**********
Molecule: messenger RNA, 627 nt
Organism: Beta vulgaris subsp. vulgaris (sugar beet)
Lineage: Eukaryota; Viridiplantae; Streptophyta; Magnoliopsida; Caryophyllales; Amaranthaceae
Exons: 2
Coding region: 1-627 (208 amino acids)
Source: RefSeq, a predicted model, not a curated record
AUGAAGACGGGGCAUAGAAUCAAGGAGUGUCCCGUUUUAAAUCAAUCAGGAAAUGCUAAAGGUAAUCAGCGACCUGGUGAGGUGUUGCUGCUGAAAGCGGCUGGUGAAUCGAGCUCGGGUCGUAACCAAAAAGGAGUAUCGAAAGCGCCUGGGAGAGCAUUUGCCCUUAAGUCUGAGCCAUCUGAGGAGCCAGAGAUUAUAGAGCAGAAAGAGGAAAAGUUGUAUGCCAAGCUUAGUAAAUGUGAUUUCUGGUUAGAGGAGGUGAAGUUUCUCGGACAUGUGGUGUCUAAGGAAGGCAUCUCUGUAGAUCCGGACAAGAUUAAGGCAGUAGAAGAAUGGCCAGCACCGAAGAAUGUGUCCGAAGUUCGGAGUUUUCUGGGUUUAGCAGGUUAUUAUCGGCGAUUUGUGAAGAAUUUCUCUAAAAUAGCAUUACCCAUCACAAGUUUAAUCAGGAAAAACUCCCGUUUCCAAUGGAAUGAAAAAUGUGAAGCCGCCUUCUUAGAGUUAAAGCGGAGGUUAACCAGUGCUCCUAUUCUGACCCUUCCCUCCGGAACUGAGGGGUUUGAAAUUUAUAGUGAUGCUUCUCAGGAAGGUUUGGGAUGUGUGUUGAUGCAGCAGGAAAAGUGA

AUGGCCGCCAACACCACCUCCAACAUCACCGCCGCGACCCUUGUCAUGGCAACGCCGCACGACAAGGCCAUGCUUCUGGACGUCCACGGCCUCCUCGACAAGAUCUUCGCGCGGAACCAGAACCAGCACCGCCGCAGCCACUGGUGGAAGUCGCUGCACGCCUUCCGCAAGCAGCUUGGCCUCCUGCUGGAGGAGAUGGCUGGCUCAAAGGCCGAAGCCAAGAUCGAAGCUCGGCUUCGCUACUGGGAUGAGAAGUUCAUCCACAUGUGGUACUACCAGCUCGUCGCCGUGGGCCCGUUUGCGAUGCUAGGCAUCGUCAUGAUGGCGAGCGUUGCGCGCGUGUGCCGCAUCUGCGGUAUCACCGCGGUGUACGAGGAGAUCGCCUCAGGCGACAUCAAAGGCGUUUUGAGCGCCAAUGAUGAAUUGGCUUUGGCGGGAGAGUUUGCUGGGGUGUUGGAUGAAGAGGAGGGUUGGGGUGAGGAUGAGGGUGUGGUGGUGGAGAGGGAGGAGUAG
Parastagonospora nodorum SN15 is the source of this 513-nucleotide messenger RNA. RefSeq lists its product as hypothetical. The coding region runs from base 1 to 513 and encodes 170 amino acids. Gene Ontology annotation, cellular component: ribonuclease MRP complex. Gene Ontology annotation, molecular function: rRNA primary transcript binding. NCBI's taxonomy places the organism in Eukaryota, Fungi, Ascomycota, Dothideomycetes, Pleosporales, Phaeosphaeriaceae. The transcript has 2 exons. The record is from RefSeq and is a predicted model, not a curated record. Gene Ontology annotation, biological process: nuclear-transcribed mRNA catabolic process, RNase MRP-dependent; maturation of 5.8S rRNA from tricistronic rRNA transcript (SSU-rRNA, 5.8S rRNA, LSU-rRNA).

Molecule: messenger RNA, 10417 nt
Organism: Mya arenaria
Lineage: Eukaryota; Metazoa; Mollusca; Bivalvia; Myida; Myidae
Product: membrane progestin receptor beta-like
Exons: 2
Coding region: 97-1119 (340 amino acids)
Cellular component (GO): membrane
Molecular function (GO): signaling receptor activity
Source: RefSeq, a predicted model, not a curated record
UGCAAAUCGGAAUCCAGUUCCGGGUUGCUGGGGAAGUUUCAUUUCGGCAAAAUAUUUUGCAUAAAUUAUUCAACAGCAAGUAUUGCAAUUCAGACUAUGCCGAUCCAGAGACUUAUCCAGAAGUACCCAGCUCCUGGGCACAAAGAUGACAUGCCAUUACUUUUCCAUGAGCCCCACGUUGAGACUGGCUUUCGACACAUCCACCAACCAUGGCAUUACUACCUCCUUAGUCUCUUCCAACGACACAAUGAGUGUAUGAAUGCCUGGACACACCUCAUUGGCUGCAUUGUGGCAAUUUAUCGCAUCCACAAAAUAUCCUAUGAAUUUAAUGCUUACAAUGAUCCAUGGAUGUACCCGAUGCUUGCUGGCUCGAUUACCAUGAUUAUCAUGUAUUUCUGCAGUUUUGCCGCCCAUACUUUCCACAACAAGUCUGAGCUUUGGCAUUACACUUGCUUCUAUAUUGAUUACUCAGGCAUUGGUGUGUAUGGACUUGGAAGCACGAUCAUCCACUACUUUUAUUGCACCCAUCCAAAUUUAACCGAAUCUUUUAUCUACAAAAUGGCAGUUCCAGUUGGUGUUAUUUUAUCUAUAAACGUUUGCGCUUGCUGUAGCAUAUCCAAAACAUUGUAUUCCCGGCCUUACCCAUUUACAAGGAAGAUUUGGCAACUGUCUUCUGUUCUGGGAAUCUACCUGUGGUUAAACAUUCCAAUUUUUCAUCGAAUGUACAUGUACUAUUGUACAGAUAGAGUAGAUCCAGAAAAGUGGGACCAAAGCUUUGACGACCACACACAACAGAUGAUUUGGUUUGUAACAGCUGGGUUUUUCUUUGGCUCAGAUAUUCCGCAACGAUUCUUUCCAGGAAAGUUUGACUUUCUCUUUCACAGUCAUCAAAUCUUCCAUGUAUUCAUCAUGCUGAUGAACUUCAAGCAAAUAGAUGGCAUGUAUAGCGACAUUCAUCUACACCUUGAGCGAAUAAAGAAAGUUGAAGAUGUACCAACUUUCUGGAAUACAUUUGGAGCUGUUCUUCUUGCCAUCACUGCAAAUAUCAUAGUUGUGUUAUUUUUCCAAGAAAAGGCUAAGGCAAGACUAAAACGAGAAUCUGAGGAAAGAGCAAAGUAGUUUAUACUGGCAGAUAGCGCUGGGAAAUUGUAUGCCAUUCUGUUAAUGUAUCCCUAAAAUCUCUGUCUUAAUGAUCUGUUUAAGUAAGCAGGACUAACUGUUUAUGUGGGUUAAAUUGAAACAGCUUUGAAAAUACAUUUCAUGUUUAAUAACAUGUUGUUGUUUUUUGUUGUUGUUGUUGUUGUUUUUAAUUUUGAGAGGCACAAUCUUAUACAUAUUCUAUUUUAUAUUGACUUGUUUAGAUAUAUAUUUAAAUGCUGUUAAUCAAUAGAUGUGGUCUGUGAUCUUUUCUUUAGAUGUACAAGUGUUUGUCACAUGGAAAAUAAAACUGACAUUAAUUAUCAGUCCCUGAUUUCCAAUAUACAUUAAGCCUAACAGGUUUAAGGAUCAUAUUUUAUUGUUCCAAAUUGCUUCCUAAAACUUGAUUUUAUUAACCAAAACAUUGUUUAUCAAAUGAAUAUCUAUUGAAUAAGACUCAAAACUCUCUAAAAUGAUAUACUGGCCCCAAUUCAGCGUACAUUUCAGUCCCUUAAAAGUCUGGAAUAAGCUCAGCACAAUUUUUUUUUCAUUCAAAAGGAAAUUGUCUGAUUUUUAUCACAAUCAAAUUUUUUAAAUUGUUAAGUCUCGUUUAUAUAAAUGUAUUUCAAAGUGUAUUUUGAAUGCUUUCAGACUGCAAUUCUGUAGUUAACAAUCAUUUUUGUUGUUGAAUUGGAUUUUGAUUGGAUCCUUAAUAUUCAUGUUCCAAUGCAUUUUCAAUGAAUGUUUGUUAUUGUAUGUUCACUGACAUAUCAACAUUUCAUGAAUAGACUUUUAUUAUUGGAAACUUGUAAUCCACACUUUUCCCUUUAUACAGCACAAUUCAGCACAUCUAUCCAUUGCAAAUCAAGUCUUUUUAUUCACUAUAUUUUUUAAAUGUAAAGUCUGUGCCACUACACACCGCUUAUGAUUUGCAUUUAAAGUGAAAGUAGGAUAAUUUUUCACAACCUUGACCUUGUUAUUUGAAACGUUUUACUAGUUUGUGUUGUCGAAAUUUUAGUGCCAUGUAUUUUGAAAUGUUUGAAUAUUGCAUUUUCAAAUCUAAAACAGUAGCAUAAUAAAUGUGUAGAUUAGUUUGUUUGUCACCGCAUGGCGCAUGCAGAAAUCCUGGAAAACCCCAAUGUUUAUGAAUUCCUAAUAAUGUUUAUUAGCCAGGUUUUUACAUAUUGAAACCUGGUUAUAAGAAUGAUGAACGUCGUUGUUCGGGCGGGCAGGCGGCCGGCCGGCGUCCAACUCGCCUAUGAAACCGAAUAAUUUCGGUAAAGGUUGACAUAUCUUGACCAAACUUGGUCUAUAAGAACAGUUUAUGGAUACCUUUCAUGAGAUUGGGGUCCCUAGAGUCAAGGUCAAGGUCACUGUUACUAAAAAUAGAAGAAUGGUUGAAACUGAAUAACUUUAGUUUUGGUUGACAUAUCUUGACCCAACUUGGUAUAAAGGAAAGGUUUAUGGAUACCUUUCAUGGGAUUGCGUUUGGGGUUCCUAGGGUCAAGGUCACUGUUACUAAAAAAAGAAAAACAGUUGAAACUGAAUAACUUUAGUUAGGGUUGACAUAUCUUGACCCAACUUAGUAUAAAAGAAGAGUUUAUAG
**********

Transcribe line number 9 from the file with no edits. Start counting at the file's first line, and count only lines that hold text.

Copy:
Parastagonospora nodorum SN15 is the source of this 513-nucleotide messenger RNA. RefSeq lists its product as hypothetical. The coding region runs from base 1 to 513 and encodes 170 amino acids. Gene Ontology annotation, cellular component: ribonuclease MRP complex. Gene Ontology annotation, molecular function: rRNA primary transcript binding. NCBI's taxonomy places the organism in Eukaryota, Fungi, Ascomycota, Dothideomycetes, Pleosporales, Phaeosphaeriaceae. The transcript has 2 exons. The record is from RefSeq and is a predicted model, not a curated record. Gene Ontology annotation, biological process: nuclear-transcribed mRNA catabolic process, RNase MRP-dependent; maturation of 5.8S rRNA from tricistronic rRNA transcript (SSU-rRNA, 5.8S rRNA, LSU-rRNA).